I talk about this comic – which is not strictly a webcomic, but comes with a qualifier, which I’ll get to shortly – and I always risk turning into a sugared-up six year-old in Disneyland.
I love Atomic Robo. I love the book, I love the character, I love the writing, I love the art. If Atomic Robo was a woman, I’d keep her in the style to which she is accustomed, and my wife would probably let me, because her love of it is only slightly less than my own. I am a convert to the Church of Robo. I am a proselytizer of its ways and means. I am a devotee of its cause and its mission.
And yes, I think Dr. Dinosaur is about as brilliant a faux-nemesis for Robo as could be imagined.
Pause for breath, Greg.
OK. First things first. Atomic Robo is not, technically, a web comic, though if you follow this link, you can read several of the stories online. It’s a floppy first, bound to trade second, but – and this is a significant but – it reads like a webcomic. If you follow Clevinger’s pacing, his storytelling, you’ll note that pages are complete moments, that the dramatic tension propels from one to the next, but without those foolish missteps that I’ve committed. Dialogue does not hang, for instance, nor does he use captions to voice-over his transitions. He’s writing a print comic with a web-serial sensibility, and it’s not by accident. Clevinger cut his teeth on webcomics, 8-Bit Theatre, to be precise. The lessons learned are apparent. He is a terrific writer, in my estimation.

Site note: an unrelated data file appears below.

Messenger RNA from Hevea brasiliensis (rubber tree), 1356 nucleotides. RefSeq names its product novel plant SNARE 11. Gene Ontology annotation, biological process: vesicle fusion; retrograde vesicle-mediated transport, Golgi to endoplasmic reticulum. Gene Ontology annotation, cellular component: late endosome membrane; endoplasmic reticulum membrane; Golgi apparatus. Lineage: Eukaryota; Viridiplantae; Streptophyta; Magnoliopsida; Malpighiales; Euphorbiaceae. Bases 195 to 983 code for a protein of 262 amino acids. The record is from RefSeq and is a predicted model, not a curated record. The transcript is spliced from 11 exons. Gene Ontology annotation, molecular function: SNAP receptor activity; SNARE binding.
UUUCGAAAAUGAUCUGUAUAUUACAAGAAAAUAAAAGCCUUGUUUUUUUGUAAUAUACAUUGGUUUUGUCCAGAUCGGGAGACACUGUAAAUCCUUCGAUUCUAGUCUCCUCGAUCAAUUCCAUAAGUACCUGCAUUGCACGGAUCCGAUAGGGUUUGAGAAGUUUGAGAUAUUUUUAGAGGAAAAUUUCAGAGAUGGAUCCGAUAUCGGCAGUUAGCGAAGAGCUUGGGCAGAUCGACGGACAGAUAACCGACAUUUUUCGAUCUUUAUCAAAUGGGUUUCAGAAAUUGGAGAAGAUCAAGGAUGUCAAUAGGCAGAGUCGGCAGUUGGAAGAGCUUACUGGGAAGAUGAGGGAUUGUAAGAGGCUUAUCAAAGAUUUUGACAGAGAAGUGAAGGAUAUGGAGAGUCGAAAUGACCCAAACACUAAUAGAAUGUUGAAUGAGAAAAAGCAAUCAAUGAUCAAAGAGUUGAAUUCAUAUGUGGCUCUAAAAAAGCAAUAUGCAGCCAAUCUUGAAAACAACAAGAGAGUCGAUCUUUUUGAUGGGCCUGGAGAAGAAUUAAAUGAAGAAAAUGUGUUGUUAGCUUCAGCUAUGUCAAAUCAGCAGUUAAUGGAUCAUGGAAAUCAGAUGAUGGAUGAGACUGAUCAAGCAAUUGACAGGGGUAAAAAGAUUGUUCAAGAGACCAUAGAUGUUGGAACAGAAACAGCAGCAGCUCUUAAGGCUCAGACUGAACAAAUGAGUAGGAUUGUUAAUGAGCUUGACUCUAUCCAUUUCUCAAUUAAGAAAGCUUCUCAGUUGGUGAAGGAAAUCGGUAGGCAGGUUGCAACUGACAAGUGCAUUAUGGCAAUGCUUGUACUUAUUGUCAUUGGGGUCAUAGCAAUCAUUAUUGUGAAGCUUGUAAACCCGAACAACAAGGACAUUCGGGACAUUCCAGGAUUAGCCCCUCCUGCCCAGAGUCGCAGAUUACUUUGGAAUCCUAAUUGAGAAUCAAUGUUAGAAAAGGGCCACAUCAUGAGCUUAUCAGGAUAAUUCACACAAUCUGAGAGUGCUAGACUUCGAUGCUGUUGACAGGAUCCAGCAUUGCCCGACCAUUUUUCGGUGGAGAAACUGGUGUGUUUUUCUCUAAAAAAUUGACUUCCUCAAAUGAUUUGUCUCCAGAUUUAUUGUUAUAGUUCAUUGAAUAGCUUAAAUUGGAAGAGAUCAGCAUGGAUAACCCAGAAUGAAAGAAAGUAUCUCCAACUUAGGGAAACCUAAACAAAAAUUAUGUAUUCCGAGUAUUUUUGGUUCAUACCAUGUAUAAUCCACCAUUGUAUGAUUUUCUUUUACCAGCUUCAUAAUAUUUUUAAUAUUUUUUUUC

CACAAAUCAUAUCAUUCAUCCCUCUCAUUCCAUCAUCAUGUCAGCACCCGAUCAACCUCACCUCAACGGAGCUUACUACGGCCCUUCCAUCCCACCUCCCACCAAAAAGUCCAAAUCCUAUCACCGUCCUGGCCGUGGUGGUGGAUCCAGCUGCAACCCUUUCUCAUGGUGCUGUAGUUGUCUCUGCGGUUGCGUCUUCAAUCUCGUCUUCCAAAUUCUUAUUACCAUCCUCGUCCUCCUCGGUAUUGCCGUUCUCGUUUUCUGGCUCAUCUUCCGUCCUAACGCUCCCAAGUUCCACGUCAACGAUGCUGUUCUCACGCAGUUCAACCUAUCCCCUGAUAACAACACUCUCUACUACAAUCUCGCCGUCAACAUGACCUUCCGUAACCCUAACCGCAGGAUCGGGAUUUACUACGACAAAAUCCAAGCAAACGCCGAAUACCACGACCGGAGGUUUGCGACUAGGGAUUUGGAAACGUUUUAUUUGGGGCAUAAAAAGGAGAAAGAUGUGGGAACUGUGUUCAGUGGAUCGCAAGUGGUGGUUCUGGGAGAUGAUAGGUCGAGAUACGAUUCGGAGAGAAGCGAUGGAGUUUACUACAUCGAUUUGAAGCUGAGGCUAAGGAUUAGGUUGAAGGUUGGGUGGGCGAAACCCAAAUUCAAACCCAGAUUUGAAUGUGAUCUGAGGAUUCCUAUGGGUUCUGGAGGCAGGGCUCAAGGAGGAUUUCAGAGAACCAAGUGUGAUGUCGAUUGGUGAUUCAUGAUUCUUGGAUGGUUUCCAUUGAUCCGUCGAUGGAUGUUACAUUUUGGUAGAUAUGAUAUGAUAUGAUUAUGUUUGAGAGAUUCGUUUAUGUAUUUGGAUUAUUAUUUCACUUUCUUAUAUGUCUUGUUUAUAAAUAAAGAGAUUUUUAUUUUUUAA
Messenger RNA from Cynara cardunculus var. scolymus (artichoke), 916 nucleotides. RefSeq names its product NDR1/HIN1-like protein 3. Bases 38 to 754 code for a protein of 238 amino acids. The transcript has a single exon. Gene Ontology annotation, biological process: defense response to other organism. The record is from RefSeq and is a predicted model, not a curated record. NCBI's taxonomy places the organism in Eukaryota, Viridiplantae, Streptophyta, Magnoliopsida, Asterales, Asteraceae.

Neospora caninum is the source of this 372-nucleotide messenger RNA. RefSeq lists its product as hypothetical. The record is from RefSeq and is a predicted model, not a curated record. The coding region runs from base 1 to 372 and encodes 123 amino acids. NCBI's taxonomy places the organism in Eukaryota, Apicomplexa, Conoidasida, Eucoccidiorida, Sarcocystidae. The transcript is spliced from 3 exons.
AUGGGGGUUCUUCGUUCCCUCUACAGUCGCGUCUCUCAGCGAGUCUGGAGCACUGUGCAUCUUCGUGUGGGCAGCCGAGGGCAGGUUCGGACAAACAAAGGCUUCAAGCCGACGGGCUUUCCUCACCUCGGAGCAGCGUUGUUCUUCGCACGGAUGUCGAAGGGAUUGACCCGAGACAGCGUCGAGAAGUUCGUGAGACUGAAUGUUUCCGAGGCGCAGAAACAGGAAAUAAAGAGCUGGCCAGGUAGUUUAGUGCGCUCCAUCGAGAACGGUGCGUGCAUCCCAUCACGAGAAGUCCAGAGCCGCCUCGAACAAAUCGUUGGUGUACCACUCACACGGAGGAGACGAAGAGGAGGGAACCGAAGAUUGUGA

Or maybe it’s just that Scott Wegener makes him look so damn good. Comics – obviously enough – live and die upon the art. It’s a visual medium, not a textual one, and the storytelling required is thus a mastery of a very specific form. The greatest compliment I can give here is that I cannot imagine another artist working today who could draw this book. As much as Clevinger’s words define the comic, so does Wegener’s pencil. The balance between the cartoonist and the comic book artist is a delicate one, and he strikes it perfectly.
Then there’s this little treatise (which I have mentioned in the past), and which I have come to hold dear to my heart. Brian and Scott didn’t reinvent the wheel here, when they wrote this. But what they did do was articulate, eloquently and simply, a creator’s manifesto that is apparent in every panel and on every page of their work. I read this, the first time, just as Rick, Eric, and I were really ramping Lady Sabre up to speed, and it’s been a guiding philosophy here ever since. Like I said, it’s not groundbreaking in its content; its groundbreaking, perhaps, because they both committed to it, and they’ve followed through.
There’s more. There’s so much more. There’s the adherence to internal logic, something that I verge to zealous about, and something that has made collaborators and editors I deal with cry. There’s a devotion to hard science, as well as a balance with the fantastic. There’s the clear love of history, science-geek and otherwise. There’s the ever-developing mythology surrounding Robo and his cohorts at Tesladyne. There’s the fact that I can adore this book and then hand it to my 11 year-old, and know he adores it just as much, and I don’t have to worry about what he’s going to read.
And it’s fun. It is genuinely, honest to God, just fun.
So, yes, technically not a webcomic.
But such a damn fine comic all the same.